and had some of the riskiest drinking patterns, but didn’t have the most years of life lost.

What is the most alcoholic country in Europe?

LATVIA – The European country with the highest alcohol consumption rate – at 12.1 litres per adult, 3.3 litres more than the European average – is Latvia. Between 2010 and 2020, the newly crowned drinking capital of Europe also had the largest increase in drinking levels, at 19%.

  • According to the WHO, over half of Latvian alcohol users above the age of 15, and more than two-thirds of drinkers between the ages of 15 and 19 engage in bingedrinking.
  • The nation’s approach to alcohol tax is often blamed; the Latvian government is concerned about alcohol taxes interfering with cross-border trade.

In 2019, for example, its neighbour Estonia reduced alcohol tax by 25% and, in response, Latvia decided to cut its previously planned tax increase from 39% to 5% in order to stay competitive.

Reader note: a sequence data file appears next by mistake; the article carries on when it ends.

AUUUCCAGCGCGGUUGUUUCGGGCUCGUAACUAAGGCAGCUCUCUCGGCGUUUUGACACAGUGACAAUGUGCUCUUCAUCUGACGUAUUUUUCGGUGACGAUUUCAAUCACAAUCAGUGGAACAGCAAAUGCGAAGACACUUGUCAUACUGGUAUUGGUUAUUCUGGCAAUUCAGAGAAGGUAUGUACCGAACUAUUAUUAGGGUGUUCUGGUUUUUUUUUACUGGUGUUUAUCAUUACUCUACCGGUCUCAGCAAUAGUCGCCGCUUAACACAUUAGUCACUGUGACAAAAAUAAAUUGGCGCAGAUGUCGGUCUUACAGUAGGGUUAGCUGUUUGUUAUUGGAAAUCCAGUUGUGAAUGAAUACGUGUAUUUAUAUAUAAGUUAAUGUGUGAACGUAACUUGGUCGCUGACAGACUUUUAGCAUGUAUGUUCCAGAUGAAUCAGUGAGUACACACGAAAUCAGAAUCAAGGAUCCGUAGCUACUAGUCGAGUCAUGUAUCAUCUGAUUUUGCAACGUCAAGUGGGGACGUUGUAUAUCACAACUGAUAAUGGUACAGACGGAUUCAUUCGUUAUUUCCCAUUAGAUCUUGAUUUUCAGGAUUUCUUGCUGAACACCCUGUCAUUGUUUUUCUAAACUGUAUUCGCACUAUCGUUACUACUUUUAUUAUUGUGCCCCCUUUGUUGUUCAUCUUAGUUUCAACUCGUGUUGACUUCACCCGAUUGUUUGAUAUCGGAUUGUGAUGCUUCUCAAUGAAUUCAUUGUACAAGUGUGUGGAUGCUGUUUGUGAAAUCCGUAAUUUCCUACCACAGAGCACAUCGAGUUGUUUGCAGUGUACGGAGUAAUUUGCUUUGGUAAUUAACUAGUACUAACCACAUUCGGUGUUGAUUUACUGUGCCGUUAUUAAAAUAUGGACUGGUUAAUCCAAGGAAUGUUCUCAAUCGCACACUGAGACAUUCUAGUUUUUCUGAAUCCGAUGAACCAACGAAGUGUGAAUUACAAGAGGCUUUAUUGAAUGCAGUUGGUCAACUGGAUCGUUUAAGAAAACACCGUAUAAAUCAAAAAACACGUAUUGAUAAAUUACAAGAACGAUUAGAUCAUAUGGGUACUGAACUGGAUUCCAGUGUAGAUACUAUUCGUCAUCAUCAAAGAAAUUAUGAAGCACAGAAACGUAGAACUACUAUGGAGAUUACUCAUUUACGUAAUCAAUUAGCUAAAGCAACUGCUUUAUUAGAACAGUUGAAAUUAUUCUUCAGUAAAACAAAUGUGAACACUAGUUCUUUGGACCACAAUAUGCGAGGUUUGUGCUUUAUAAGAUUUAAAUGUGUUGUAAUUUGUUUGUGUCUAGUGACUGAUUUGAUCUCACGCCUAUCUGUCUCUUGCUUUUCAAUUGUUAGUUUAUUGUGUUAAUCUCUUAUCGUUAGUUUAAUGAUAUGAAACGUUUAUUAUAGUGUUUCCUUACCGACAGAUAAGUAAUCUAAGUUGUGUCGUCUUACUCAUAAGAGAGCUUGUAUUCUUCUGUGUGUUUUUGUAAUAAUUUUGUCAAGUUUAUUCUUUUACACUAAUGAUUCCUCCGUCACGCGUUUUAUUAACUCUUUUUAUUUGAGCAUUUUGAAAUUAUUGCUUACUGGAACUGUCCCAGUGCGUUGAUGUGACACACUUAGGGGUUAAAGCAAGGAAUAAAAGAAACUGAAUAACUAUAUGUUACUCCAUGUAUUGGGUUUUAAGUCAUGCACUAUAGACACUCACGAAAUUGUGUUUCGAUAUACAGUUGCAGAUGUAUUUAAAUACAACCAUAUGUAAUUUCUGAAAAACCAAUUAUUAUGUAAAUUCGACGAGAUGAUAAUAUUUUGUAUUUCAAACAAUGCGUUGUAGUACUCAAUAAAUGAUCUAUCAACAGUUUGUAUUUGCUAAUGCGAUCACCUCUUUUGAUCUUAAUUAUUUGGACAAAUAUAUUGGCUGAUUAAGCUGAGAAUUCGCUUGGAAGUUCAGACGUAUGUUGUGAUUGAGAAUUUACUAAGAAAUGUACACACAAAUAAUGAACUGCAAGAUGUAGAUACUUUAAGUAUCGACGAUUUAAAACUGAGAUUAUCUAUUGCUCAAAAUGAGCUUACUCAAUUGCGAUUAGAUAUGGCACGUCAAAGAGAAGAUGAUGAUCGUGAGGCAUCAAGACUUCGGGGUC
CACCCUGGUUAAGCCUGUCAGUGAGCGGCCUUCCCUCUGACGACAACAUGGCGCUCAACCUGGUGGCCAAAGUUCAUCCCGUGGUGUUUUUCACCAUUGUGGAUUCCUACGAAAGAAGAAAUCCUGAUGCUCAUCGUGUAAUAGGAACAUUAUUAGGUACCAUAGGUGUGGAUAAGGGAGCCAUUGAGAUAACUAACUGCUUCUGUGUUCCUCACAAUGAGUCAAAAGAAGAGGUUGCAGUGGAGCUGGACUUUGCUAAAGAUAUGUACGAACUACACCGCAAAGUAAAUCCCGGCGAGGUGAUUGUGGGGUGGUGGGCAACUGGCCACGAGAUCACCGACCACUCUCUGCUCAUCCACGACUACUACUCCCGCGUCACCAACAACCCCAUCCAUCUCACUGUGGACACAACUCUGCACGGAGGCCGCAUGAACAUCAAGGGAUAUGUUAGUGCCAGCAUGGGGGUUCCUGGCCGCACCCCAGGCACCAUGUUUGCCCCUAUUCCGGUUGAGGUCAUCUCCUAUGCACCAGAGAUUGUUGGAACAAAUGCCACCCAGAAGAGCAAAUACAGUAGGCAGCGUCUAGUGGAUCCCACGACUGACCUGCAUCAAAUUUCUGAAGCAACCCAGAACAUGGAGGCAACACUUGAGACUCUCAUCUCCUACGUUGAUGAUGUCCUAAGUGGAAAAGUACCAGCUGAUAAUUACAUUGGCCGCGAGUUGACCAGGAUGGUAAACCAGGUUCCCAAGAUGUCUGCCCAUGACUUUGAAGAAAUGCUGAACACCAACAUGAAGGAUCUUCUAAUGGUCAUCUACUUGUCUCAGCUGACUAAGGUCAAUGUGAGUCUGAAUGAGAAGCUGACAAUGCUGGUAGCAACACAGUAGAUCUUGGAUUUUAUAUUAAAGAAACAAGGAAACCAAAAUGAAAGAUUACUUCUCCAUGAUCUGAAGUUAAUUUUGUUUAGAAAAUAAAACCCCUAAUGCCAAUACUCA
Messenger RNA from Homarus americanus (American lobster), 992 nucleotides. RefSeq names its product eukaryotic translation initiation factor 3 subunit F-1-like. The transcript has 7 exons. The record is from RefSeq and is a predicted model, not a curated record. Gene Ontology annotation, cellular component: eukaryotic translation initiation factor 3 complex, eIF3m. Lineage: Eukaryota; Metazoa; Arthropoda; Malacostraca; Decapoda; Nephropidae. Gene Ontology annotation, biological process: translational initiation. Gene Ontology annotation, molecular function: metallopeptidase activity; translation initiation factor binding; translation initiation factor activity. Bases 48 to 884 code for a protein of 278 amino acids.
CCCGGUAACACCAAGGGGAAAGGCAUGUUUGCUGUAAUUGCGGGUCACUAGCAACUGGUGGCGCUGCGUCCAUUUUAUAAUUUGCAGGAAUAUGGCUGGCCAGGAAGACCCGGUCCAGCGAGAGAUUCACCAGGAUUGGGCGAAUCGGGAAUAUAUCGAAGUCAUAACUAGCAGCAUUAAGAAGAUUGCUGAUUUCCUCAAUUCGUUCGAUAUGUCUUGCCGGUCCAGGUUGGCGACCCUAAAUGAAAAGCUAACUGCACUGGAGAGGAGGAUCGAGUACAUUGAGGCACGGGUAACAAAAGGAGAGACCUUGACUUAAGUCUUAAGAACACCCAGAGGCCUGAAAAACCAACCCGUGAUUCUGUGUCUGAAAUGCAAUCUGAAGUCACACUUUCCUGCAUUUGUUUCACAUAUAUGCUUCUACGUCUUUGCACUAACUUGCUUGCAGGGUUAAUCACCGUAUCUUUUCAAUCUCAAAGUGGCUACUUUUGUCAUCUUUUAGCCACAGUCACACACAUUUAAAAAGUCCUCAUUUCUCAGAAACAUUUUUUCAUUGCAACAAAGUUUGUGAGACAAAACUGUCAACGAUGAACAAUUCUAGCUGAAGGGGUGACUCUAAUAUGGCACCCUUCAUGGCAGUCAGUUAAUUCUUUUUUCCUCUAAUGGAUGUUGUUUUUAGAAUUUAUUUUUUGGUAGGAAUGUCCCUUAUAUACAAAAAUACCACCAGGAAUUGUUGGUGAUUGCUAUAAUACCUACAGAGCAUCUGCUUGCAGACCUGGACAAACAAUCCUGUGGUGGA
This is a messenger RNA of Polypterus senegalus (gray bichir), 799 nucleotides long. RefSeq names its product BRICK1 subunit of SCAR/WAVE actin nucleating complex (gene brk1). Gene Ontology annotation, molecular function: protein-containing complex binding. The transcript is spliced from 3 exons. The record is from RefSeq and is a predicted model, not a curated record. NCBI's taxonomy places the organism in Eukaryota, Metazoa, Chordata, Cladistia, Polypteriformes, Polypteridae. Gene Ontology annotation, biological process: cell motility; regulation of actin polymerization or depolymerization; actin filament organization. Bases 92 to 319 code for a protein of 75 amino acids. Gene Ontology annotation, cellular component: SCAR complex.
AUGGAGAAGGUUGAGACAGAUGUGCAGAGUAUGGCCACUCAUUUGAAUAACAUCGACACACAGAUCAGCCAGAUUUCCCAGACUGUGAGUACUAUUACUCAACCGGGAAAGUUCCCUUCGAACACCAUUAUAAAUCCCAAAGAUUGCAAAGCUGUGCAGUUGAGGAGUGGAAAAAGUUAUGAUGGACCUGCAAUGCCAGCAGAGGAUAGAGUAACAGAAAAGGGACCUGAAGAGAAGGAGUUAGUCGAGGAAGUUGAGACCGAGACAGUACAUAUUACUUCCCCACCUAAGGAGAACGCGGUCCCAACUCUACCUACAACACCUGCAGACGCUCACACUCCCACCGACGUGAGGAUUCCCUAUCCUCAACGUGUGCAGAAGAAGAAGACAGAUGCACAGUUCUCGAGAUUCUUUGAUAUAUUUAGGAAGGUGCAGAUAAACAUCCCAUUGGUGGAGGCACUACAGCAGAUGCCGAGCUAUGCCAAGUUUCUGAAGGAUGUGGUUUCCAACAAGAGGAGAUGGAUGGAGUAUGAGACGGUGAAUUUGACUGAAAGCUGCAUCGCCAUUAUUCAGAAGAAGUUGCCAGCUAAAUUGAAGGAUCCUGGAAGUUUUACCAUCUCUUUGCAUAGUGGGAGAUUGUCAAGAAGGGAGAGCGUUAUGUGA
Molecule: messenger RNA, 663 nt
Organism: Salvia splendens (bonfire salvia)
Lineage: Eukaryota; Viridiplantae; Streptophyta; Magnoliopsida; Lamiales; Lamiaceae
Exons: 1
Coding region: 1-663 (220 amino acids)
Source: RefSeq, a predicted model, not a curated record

What is a standard drink Netherlands?

The alcohol guideline of the Dutch Health Council states: ‘do not drink alcohol, or at least no more than one glass per day’ ( 1 ), In 2015, it was estimated that on average 45 % of the total Dutch population aged 19–79 years adhered to this guideline; approximately 36 % of the men and 53 % of the women drank no more than one glass of alcohol per day on average ( Reference van Rossum, Buurma and Vennemann 2 ),

  • Accurate estimates of energy and nutrient intakes of individuals and populations rely on information obtained about dietary intake, food composition and portion size ( Reference Young and Nestle 3 ),
  • Portion sizes of alcoholic beverages are often estimated in terms of standard drinks.
  • In the Netherlands, one standard drink of alcohol corresponds to 10 g (12 ml) alcohol, which is approximately the amount of alcohol in 250 ml beer (5 % alcohol), 100 ml wine (12 % alcohol), 50 ml fortified wine (15 % alcohol) and 35 ml straight spirits (35 % alcohol) ( 1 ),